Michael Williamson (
Wed, 16 Oct 1996 08:21:57 -0400 (EDT)

Date: 15 Oct 96 21:02 EST
To: "G.ask [Private Mail Group]"@SIMNH.SI.EDU,

From: <<>>

I've looked everywhere (almost) trying to find the average life
expectancy of whales, killer whales in particular.  could you please
list them for me?  please reply to



Part of the reason you had a hard time finding anything is because, in many
cases, there is a good deal of uncertainty.  here's a sampling of what we
know (and don't know);

Killer whales: this is coming from my memory, but I'm fairly certain
that work conducted in long-term studies of identified individual
killer whales in the Pacific Northwest by Mike Bigg, John Ford and
colleagues provides strong evidence that these animals are long-lived.
It is thought by many killer whale biologists that life expectancy of
some female killer whales might exceed 80 years.  (Pause while he looks
something up...)  OK, here's something from a paper by P. Olesiuk and

  "Eight females, six of which were still alive in 1987, attained
   ages of greater than 60 years.  The two oldest females were
   estimated to have been 76.5 and 77.5 years of age when last
   seen in 1987.  Thus maximum longevity of females likely
   extended to at least 80 years... possibly as old as 90 years...
   Life tables suggested that male longevity was likely on the
   order of 50-60 years."

  This was from killer whale populations in Washington state and British
Columbia, from a paper published in 1990.

  As for the large baleen whales, we know a good deal about some, less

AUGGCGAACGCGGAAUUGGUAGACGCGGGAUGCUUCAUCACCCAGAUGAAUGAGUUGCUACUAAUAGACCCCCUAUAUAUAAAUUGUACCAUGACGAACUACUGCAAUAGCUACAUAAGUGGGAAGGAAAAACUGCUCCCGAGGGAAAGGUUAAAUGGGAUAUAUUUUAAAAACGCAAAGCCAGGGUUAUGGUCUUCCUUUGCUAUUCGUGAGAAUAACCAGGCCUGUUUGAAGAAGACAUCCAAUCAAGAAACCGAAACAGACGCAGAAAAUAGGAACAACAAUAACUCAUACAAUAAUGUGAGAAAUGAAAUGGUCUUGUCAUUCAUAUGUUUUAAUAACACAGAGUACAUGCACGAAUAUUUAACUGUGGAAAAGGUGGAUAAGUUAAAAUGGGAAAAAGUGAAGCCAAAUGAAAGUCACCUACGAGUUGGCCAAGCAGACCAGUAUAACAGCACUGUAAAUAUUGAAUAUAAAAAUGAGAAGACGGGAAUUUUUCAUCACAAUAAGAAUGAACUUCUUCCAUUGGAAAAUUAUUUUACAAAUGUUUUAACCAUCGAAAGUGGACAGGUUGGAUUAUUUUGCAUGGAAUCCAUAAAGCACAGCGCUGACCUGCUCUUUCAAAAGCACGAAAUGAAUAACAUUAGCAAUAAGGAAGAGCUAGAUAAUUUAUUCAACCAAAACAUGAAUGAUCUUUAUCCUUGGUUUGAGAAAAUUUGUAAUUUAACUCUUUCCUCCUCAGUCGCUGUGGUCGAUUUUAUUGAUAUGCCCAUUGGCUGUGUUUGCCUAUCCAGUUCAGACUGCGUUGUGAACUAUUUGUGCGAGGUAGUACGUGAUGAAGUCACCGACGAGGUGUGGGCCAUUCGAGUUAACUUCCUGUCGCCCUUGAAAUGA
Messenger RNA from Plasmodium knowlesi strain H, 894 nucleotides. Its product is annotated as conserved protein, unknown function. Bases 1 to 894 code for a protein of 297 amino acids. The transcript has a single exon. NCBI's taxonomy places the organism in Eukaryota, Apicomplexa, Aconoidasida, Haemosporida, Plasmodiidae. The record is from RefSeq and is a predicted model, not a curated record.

about others.  Some species can be aged (if the animal is dead) by
extracting and examining a waxy hard plug that grows in the ear of the
animal (incidentally, this seems to actually assist hearing, not impair
it).  The plug puts on a number of layers each year, so is rather like
tree rings in that you can figure out how old the whale is - assuming
you know how many layers are laid down annually (also, the layers
are linear, not concentric as in trees).  In fin whales, for example,
there is not much dispute that the ear plug grows at two layers a
year, and from this we know that finbacks are very long-lived.  Females
and males of close to 80 years (160 ear plug layers) are not unknown
from whaling catches.

  In humpbacks, which also have ear plugs, there is more dispute about
the layers per year.  This is a long story, but suffice to say that in
the 1960's an Australian biologist named Graeme Chittleborough said
he thought it was four layers a year, and that humpbacks lived to around
50 - although he pointed out that as most whales had been killed by whaling
we didn't know whether this was an underestimate or not.  His work was
disputed, but a study conducted by myself and Dr Charles Mayo a few
years ago, on living humpbacks in the Gulf of Maine, pretty much confirmed
that he'd been right.

One of the really interesting animals is the bowhead whale.  A recent
technique which looks at stable isotope accumulation in the baleen of
bowheads suggested that they were much longer-lived than most people
thought.  This has recently been more widely accepted, and potentially
confirmed by an interesting event.  In May 1993, a very large (54 foot)
male bowhead was killed by the Alaskan Inuit.  In its side were two
stone harpoon points, one of which was last known to be in use in 1881,
and not later than 1900.  It seems likely that this whale had been
carrying around this harpoon point for the better part of a century
(I recently had the privilege of holding it in my hand, and it was
a very cool experience!)

Other whales: blue whales are probably the same as fin whales in their
life expectancy.  Right whales might well be similar to bowheads; we know
of one distinctively marked animal that was photographed in 1935, and
several times long after that - the most recent being 1994.  Since she
had a calf in 1935, she would have been at least 8-10, so is probably
close to 70 today.

Hope this answers the question!

Phil Clapham

Phil Clapham